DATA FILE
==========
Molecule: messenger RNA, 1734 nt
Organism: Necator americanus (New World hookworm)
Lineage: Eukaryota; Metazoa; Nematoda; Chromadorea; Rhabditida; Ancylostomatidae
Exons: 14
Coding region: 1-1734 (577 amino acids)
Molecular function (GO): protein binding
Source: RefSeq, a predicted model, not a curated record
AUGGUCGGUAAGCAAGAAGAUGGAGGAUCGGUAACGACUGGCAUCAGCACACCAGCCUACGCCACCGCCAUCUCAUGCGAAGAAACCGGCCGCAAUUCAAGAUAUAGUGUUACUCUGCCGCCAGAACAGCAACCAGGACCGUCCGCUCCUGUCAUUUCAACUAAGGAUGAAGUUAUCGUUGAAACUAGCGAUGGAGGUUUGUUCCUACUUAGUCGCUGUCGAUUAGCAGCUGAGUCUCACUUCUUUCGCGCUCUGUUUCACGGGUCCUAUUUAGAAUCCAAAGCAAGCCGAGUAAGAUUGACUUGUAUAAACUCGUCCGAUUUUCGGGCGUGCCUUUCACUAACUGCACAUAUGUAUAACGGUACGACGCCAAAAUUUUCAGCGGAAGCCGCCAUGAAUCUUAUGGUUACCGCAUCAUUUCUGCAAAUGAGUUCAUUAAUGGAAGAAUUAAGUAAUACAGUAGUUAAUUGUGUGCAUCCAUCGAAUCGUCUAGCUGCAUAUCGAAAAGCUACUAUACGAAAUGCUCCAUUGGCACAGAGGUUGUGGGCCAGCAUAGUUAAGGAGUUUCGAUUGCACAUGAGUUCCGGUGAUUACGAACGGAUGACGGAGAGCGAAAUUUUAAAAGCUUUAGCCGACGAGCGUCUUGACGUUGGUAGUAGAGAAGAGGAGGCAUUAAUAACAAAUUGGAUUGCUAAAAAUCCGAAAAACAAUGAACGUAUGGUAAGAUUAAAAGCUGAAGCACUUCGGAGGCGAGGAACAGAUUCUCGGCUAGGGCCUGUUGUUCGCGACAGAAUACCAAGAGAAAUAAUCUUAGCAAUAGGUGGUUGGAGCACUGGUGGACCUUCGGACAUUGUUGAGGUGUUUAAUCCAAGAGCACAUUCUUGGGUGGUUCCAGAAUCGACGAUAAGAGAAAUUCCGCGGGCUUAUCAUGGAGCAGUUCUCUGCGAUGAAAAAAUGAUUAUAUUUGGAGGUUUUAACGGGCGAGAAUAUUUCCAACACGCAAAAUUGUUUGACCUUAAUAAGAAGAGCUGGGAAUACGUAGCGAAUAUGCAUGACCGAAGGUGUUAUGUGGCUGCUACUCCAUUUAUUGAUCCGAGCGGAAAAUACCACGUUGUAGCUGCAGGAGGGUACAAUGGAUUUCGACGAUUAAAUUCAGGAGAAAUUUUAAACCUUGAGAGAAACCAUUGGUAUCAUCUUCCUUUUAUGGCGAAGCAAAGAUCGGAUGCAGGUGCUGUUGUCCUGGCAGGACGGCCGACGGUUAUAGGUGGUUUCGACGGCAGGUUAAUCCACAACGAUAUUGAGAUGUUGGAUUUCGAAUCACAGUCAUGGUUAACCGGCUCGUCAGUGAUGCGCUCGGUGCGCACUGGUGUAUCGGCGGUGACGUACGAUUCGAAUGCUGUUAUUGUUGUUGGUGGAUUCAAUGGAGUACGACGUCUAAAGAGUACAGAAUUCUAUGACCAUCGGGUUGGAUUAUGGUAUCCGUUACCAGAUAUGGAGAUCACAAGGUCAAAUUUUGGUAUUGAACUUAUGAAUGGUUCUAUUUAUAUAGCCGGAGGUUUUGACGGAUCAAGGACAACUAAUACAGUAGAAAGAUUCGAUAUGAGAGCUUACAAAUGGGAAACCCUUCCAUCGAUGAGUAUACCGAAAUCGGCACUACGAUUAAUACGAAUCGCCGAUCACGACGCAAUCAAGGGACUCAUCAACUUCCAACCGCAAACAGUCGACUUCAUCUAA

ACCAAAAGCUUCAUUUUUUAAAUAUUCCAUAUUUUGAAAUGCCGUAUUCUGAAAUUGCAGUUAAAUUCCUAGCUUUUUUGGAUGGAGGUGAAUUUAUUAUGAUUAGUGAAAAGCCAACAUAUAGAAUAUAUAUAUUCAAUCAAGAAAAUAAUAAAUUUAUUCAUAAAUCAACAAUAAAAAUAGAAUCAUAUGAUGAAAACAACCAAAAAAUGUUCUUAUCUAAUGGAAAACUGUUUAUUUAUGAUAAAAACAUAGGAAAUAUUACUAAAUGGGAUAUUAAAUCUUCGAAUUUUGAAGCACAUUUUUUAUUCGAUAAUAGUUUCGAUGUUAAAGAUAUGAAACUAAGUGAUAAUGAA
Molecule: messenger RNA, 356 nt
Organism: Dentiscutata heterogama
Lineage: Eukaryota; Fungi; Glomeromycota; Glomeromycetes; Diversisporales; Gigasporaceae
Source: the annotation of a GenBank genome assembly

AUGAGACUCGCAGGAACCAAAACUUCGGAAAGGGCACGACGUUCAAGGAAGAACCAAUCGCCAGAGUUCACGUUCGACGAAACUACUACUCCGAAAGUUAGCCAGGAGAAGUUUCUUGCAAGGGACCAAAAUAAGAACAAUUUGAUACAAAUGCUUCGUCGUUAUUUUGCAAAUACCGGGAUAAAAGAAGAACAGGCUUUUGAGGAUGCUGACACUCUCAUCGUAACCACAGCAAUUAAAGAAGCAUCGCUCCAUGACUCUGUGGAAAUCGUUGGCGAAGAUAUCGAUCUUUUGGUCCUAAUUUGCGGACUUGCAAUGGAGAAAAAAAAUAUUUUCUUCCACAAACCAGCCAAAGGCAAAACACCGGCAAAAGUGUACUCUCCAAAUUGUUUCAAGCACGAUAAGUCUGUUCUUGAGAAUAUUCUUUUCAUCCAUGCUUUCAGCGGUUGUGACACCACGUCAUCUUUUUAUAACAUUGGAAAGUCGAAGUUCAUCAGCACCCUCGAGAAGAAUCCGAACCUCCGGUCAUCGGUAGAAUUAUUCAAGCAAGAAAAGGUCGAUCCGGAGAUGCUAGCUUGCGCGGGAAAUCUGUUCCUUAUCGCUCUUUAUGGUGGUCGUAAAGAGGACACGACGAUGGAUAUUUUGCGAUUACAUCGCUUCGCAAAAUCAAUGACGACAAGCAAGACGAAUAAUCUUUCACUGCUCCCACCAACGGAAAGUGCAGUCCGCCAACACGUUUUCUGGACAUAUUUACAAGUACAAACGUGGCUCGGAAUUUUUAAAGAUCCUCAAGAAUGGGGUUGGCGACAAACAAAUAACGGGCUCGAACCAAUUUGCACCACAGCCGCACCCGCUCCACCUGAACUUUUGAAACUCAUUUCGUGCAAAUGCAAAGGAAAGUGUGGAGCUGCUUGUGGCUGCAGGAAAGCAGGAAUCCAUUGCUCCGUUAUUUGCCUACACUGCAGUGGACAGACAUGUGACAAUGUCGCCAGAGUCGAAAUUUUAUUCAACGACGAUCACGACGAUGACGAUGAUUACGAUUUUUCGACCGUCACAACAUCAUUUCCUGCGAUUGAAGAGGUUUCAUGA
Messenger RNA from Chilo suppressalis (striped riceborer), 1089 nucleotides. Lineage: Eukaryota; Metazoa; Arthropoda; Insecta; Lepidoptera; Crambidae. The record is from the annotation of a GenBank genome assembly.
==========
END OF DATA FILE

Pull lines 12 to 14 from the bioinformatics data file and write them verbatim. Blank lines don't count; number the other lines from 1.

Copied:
Lineage: Eukaryota; Fungi; Glomeromycota; Glomeromycetes; Diversisporales; Gigasporaceae
Source: the annotation of a GenBank genome assembly

AUGAGACUCGCAGGAACCAAAACUUCGGAAAGGGCACGACGUUCAAGGAAGAACCAAUCGCCAGAGUUCACGUUCGACGAAACUACUACUCCGAAAGUUAGCCAGGAGAAGUUUCUUGCAAGGGACCAAAAUAAGAACAAUUUGAUACAAAUGCUUCGUCGUUAUUUUGCAAAUACCGGGAUAAAAGAAGAACAGGCUUUUGAGGAUGCUGACACUCUCAUCGUAACCACAGCAAUUAAAGAAGCAUCGCUCCAUGACUCUGUGGAAAUCGUUGGCGAAGAUAUCGAUCUUUUGGUCCUAAUUUGCGGACUUGCAAUGGAGAAAAAAAAUAUUUUCUUCCACAAACCAGCCAAAGGCAAAACACCGGCAAAAGUGUACUCUCCAAAUUGUUUCAAGCACGAUAAGUCUGUUCUUGAGAAUAUUCUUUUCAUCCAUGCUUUCAGCGGUUGUGACACCACGUCAUCUUUUUAUAACAUUGGAAAGUCGAAGUUCAUCAGCACCCUCGAGAAGAAUCCGAACCUCCGGUCAUCGGUAGAAUUAUUCAAGCAAGAAAAGGUCGAUCCGGAGAUGCUAGCUUGCGCGGGAAAUCUGUUCCUUAUCGCUCUUUAUGGUGGUCGUAAAGAGGACACGACGAUGGAUAUUUUGCGAUUACAUCGCUUCGCAAAAUCAAUGACGACAAGCAAGACGAAUAAUCUUUCACUGCUCCCACCAACGGAAAGUGCAGUCCGCCAACACGUUUUCUGGACAUAUUUACAAGUACAAACGUGGCUCGGAAUUUUUAAAGAUCCUCAAGAAUGGGGUUGGCGACAAACAAAUAACGGGCUCGAACCAAUUUGCACCACAGCCGCACCCGCUCCACCUGAACUUUUGAAACUCAUUUCGUGCAAAUGCAAAGGAAAGUGUGGAGCUGCUUGUGGCUGCAGGAAAGCAGGAAUCCAUUGCUCCGUUAUUUGCCUACACUGCAGUGGACAGACAUGUGACAAUGUCGCCAGAGUCGAAAUUUUAUUCAACGACGAUCACGACGAUGACGAUGAUUACGAUUUUUCGACCGUCACAACAUCAUUUCCUGCGAUUGAAGAGGUUUCAUGA